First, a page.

- Providing highly vulnerable youth with access to psycho-social interventions with the aim of improving their wellbeing, safety and health, including psychological health.
- Hosting meetings with learners’ parents and hosting parent input sessions, hereby enabling parents to play a more active role in supporting their children’s education.
- Improving learners’ awareness about gender equality.
- Improving and equipping learners with leadership skills through their involvement as Learner Representatives.
- Improving the self-esteem/ self-image of learners through engagement in these psycho-social interventions.
Career Inspiring Initiatives (CII)
- Providing learners with a greater awareness of future career opportunities and inspiring them to have positive aspirations for their future and careers.
- Providing an opportunity for Grade 11 and 12 learners to engage in career guidance workshops and open days.
- Learners have been able to attend CII excursions and courses.
- Learners have been assisted in their applications for post matric opportunities and have been assisted in applying for bursaries.
The mentorship programme has provided learners with increased social support and guidance.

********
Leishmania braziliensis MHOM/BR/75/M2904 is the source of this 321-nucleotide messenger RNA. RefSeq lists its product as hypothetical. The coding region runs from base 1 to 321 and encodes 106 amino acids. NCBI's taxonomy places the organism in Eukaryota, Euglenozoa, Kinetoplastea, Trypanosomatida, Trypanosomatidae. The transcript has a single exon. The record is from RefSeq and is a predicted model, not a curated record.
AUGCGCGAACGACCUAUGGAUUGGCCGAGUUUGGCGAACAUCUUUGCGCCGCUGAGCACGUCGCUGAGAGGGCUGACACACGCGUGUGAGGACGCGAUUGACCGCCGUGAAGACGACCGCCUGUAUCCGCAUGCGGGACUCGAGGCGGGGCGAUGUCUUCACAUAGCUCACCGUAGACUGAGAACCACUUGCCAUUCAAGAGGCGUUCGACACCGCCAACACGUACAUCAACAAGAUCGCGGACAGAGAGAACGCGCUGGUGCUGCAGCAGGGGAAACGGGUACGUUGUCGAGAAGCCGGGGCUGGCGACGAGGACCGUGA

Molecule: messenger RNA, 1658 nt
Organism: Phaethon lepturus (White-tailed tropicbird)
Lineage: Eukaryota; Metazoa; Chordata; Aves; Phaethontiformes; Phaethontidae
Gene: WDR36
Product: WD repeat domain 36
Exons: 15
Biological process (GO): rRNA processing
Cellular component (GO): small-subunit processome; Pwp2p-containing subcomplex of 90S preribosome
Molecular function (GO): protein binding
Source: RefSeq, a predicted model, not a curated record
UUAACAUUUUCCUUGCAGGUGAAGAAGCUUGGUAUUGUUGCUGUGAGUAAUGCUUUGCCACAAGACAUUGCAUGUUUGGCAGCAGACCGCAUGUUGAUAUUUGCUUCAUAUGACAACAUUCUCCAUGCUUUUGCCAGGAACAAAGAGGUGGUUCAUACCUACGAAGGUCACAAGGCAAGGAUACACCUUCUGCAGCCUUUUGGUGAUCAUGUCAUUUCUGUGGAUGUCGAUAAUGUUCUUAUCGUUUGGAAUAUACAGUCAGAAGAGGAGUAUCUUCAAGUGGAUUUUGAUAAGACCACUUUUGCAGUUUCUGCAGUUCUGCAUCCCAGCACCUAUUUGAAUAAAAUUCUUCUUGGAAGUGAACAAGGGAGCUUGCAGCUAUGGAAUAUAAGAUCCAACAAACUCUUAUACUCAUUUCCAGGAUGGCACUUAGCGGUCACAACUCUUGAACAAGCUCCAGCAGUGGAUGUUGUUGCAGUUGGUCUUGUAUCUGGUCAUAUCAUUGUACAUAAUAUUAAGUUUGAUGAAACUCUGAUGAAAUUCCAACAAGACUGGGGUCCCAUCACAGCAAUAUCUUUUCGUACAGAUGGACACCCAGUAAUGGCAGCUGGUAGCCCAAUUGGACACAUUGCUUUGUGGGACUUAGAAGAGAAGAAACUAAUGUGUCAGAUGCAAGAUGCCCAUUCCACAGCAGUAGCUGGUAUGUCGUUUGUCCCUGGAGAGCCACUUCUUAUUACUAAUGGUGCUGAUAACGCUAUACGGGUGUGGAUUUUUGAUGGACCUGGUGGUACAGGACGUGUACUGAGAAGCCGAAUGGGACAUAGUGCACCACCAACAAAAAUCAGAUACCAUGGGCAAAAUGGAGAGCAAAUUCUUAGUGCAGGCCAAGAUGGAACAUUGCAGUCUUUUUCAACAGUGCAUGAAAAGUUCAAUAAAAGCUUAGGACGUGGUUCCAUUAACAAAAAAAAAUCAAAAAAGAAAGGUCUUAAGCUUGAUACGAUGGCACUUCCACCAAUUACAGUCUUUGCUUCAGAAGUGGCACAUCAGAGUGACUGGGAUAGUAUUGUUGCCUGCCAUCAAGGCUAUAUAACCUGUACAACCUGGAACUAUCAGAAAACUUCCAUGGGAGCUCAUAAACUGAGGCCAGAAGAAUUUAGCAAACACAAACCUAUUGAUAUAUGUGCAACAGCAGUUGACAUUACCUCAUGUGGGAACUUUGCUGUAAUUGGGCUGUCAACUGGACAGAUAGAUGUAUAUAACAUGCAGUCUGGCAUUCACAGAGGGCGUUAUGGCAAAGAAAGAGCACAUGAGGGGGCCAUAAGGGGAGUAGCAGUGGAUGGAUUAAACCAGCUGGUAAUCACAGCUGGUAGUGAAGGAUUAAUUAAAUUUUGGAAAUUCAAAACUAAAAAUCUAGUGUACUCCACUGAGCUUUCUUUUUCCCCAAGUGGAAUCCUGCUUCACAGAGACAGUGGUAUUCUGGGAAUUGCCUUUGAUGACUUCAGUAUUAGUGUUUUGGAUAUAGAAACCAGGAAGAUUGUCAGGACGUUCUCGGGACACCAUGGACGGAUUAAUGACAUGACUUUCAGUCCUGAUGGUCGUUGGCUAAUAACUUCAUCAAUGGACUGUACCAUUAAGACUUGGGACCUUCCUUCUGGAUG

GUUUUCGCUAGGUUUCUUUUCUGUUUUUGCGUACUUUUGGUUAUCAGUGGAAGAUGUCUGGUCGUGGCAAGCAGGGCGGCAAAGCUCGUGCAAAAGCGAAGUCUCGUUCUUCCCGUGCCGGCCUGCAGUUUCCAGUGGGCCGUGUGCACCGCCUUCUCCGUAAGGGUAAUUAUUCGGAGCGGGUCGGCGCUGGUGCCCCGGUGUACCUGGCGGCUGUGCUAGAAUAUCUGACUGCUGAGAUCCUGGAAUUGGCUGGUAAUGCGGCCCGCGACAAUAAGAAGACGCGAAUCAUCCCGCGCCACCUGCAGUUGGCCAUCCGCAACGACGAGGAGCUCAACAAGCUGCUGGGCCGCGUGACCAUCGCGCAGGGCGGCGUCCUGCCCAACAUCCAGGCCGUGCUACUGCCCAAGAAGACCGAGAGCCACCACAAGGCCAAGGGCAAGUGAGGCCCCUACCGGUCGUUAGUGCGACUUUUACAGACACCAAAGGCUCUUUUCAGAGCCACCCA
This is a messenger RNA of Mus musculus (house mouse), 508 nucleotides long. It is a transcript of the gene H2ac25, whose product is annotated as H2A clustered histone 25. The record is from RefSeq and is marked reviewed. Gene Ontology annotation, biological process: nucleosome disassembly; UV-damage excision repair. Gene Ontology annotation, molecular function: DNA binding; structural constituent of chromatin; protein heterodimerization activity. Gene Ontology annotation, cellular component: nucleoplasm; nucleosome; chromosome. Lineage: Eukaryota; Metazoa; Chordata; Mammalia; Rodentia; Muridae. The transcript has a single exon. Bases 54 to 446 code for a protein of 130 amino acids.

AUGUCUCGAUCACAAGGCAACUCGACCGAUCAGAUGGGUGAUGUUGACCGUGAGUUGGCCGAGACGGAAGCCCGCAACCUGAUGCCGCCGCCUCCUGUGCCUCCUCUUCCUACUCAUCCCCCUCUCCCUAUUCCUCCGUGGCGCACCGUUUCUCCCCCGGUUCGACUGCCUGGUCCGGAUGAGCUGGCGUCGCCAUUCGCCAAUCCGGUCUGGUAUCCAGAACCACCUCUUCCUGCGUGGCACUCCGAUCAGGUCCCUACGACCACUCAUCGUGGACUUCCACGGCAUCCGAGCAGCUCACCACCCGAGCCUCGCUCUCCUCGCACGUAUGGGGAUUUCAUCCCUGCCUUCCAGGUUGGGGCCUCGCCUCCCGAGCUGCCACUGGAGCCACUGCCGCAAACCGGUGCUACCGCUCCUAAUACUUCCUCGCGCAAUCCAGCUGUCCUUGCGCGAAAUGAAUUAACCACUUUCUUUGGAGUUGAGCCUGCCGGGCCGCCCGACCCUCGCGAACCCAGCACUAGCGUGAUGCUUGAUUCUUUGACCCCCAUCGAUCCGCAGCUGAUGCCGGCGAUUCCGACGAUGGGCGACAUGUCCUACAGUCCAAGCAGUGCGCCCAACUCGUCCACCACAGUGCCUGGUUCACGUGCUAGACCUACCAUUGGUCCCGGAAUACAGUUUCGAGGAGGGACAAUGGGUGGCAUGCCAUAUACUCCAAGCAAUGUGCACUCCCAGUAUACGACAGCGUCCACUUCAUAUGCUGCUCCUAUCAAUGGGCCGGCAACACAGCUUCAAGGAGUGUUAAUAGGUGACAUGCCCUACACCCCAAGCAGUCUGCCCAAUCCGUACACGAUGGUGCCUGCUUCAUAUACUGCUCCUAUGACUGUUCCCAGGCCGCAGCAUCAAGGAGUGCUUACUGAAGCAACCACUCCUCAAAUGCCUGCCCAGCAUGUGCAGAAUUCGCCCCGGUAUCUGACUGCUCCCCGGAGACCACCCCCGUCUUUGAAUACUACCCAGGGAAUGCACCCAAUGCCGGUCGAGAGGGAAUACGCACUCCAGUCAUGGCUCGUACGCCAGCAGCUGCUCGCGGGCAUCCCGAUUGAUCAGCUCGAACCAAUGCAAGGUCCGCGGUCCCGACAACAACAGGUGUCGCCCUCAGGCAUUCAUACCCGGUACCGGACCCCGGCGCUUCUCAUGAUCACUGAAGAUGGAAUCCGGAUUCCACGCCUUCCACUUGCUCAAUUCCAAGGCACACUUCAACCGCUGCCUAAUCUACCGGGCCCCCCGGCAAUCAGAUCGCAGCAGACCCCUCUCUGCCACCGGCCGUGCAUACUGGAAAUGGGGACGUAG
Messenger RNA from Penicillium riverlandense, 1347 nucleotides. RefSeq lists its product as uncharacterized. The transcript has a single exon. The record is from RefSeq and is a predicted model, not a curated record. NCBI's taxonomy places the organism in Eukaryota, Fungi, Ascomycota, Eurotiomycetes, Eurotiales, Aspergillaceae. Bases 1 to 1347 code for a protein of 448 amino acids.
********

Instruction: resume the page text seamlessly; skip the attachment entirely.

Through providing learners with meals, the nutrition initiative has not only provided learners with improved nutrition but it has enabled them to focus better on school related tasks, and consequently equipped them to function better academically.
The table below highlights the Educentre's achievements between 2011 and 2016. These achievements include: the number of learners who participated in the programme each year, the number of tutoring sessions which were hosted every year and the number of hours spent tutoring learners, the number of career inspiring initiatives learners engaged in each year, and the total number of meals provided to learners each year.
|Year||Learners||No. of Tutoring Sessions||Total Hours of Tutoring||Career Inspiring Initiatives (CIIs)||Total Meals|
What we have learned
|The community of Vrygrond is rife with gangsterism, crime and young people are often exposed to substance, physical, sexual and emotional abuse and neglect.|
|Overcrowded Schools & Home|
|Local schools are under immense pressure, with classrooms hosting 50 to 60 learners. A common factor in Vrygrond homes is overcrowding, which leaves limited physical space for learners to do their school work.|
|Poor Role Models|
|With few opportunities for a better future, combined with poor role models, youth are easily swayed to abuse drugs and alcohol and often enter into a life of gansterism and crime.|
|Due to school limitations and community obstacles, 50% of learners in South Africa drop out of school, leaving without any formal education (Statistics South Africa, 2014. Quarterly Labour Force Survey Quarter 2).|
|Lack of Academic & Parental Support|
|South African schools are underperforming, and South Africa’s maths and science education was rated as the worst out of 148 countries (World Economic Forum, 2014. Global Competitiveness Report for 2014–2015). Coupled with this, many parents lack the basic skills to support learners at home.|